My Swimming Story
When I look back and think about my swimming from childhood I have to say that my body was never comfortable and natural in the water, and swimming was not my cup of tea. I could swim breaststroke for an extended period of time but the crawl was a challenge, and I had trouble swimming freestyle continuously 25 meters or 1 length of the pool. As I learned later, only 2% of the overall population can swim continuously 400 meters, and I belonged to 98% of those who struggle and fight with water.
When I started to compete in triathlon races in 2001 swimming became a great drawback by far more than I anticipated. I would finish the swim leg at the end of the heat wave and some races dead last. I remember one race when the swim consisted of two identical length laps. When I finished the first lap, the rest of the field completed both laps.
Conventional Swimming Instruction
I purchased a book Total Immersion (TI) in 2000 and spent a significant time to study and practice it. TI method is designed to reduce resistance or drag to allow the body propelling through the water with less effort and higher speed. Practicing TI relaxed my body but my speed dropped further, and I could not figure out how to swim continuously without significant physical effort. I continued to research swimming literature and attempted to apply any training advice I could find, but there was no progress.
My body simply did not possess kinesthetic awareness and neuromuscular efficiency to move naturally in the water. I met with numerous coaches and attended their training sessions, but my swimming did not improve in any meaningful way. I took a trip to New Paltz, NY in 2006 and had a private session with the founder of Total Immersion Terry Laughlin. The session took place in the endless pool where you swim against the constant current of water.
The problem is that my body has trouble swimming in non-moving water, and I felt more helpless in the endless pool. By the end of the session Terry told me that my swimming efficiency improved by 22%. Unfortunately, the increased efficiency didn’t translate into higher speed during my training sessions and triathlon races. After years of consistent and diligent effort, the speed for 50 meters was 1 minute and 30 seconds and swimming was just hard work without inner desire to swim or practice.
The Science of Human Movement and Swimming
Traditional training targets body regions such as “knees”, “hips” or “legs” to develop a swimming stroke. For instance, you might think when you bend your knee you use quadriceps muscles. However, any movement in the human body is produced by a group of primary, stabilizing and opposing muscles and is referred as to a kinetic or functional movement chain. As I was developing functional movement related to dancing and running, I realized that kinesiology, the science of human movement, can be applied to swimming.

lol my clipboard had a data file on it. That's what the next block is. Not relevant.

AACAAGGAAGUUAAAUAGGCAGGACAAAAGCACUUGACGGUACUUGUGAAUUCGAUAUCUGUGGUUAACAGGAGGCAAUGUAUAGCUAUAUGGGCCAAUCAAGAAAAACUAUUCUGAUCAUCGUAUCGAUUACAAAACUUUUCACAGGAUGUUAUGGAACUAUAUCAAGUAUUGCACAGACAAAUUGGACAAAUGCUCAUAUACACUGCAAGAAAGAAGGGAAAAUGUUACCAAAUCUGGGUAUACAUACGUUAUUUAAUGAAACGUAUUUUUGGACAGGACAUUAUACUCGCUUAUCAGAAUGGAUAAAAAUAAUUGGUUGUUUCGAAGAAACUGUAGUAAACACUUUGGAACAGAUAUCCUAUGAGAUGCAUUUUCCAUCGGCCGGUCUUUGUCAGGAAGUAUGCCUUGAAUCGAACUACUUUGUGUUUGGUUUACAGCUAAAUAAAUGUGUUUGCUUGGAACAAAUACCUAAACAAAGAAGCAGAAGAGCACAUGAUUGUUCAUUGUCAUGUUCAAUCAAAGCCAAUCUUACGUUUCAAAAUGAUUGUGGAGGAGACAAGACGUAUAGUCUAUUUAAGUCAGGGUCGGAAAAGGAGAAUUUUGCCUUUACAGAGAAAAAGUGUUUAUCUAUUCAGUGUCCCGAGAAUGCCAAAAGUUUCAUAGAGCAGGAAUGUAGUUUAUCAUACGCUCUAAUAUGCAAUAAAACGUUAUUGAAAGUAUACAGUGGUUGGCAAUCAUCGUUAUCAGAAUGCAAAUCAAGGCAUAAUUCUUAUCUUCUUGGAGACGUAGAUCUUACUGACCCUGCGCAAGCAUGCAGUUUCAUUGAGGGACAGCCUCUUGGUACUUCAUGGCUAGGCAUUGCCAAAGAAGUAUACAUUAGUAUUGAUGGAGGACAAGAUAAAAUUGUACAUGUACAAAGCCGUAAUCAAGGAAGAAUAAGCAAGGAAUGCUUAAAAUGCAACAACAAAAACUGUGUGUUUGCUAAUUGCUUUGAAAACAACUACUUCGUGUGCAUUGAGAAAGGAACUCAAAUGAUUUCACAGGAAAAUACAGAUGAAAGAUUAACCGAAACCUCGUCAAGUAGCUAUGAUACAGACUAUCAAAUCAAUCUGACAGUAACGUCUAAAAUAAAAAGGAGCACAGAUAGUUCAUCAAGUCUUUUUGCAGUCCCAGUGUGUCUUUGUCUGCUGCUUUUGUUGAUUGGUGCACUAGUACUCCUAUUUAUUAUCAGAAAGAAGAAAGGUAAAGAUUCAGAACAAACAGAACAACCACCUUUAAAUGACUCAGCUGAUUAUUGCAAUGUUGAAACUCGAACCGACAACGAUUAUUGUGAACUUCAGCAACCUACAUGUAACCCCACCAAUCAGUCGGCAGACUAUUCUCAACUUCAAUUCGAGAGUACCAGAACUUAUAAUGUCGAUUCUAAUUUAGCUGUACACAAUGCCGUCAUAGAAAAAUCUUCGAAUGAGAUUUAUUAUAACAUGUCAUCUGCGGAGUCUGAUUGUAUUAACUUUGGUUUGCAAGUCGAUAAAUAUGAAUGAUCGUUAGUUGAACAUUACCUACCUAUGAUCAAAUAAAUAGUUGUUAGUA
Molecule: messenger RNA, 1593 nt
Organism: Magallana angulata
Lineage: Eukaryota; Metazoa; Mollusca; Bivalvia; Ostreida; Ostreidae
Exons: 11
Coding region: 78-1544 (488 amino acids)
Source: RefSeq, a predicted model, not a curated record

Movement is carried out by three systems within the human body, the nervous system (central and peripheral), the skeletal and the muscular systems. The nervous system is responsible for sending a signal to activate an individual muscle and has no nerves to “hip” and “leg”, and it is not designed to send a signal to move “the hip” or “the leg”. In addition, the nervous system is connected with a group of primary, stabilizing and opposing muscles that act on the hip joint. Also, moving the “hip” without activating all required muscles can cause poor performance and lead to injury.
The science of human movement defines joint and muscle basic actions as flexions, extensions, and rotations. For example, kinesiology charts define the muscles that act on the hip joint to produce a specific movement such as flexion or extension.
It means that swimming movements can be described as a series of interconnected joint and muscles actions or a functional movement chain. In turn, swimming stroke training will target moving the required muscle and joint groups in proper sequence. For a reference, kinesiology does not have a term called “kicking” and it explains why swimming coaches have trouble teaching this skill by focusing on “hips” and “legs”. Following the logic described above, kinesthetic awareness and neuromuscular efficiency can be trained and they are not God-given ability.
Swimming Stroke and Weight Shift
Conventional swimming instruction is revolved around the “stroke” which shifts the focus of training to the upper body. Research has been limited to determine to what extent the lower body contributes to propulsion and to define the role of the pelvis, hip joints, and gluteal muscles to produce swimming movement. In addition, I have not found any research that pelvis, hip joints and gluteal muscles are the body parts form a functional chain movement and how it is supposed to function.
Any human movement including swimming can be described as changing positions with a proper weight shift. It is not widely understood that efficient movement takes place by shifting the center of body weight which is a major element of functional chain movement. As I discovered during the study of kinesiology, the human body is anatomically designed to shift the center of body weight.
I started applying the principles of kinesiology and the functional movement training with my clients to improve swimming, and it produced results beyond expectations from beginner to advanced level. Those who struggle with water learned to be more comfortable and move with much less effort. The others who know how to swim found out that the understanding of the concepts of functional chain movement can help to reduce the physical effort and improve swimming speed.
In addition, my neuromuscular efficiency significantly improved, and I began swimming naturally and with much less physical effort. My swimming time for 50 meters is improved to 60 seconds, and I feel that increasing the speed to 45-50 seconds for this distance is attainable.